Simon Griffiths Editor of http://www.h2openmagazine.com/ published a blog post titled ‘Is drafting over-rated’. The full script is below … and below that is my response.
Elite swimmers race in packs for a simple reason. If you swim behind and to the side of another swimmer, or directly behind them, you can swim faster for less effort. There’s no doubt that drafting can help you swim quicker but, in an open water event, should our default position be to swim in someone else’s wake?
I think, not necessarily.
The major benefit of drafting is that you can swim faster than your regular pace, or you can maintain your regular pace with less effort. If you trust the person in front to follow the correct swim route, you may also get away with sighting less.
If you’re in a race and you’re after the prize money or prestige that comes with a fast time or good finishing position, by all means go ahead and draft, and swim faster. Likewise, if you’re in a triathlon and your finishing position is important (isn’t it always in triathlon) then stick on someone’s feet and conserve energy for the bike and run.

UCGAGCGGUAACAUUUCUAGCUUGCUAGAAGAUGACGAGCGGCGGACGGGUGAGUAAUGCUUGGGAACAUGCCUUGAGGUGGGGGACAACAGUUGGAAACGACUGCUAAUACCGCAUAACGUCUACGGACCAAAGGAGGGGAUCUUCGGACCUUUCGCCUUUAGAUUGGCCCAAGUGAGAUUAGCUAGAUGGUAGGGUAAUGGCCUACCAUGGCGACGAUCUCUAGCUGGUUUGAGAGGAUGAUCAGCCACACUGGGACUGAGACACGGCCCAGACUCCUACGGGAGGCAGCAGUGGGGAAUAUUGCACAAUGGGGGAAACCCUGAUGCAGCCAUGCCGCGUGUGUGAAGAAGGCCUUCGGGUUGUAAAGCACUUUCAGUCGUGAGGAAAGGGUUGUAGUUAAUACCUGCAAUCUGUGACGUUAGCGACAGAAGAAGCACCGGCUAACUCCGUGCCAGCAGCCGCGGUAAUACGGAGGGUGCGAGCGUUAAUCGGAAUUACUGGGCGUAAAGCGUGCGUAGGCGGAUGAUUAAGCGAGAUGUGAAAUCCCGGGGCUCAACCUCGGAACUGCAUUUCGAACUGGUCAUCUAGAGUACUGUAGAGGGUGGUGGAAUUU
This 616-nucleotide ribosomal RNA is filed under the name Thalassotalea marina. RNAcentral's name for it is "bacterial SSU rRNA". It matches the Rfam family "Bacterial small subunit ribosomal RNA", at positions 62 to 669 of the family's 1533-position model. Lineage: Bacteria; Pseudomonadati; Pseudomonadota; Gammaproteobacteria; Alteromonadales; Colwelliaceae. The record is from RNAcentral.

But, as open water swimmers, it’s possible we might have other goals than a fast finishing time, like having a pleasant swim or enjoying our surroundings, and drafting can spoil that for you. Here are some other reasons why drafting might not be for you.
The main point, I guess, is that if you’re swimming for pleasure or personal challenge rather than speed and medals, then drafting might not be for you. However, a lot of people, perhaps who’ve spent a lot of time reading triathlon publications, or who have come from a triathlon background, seem to adopt drafting as a default in open water swimming. It is possible for the majority of people to complete the distance without being dragged along by someone else, so why make your swim less pleasant for the sake of a few seconds or a slightly lower number against your name on the finishers list?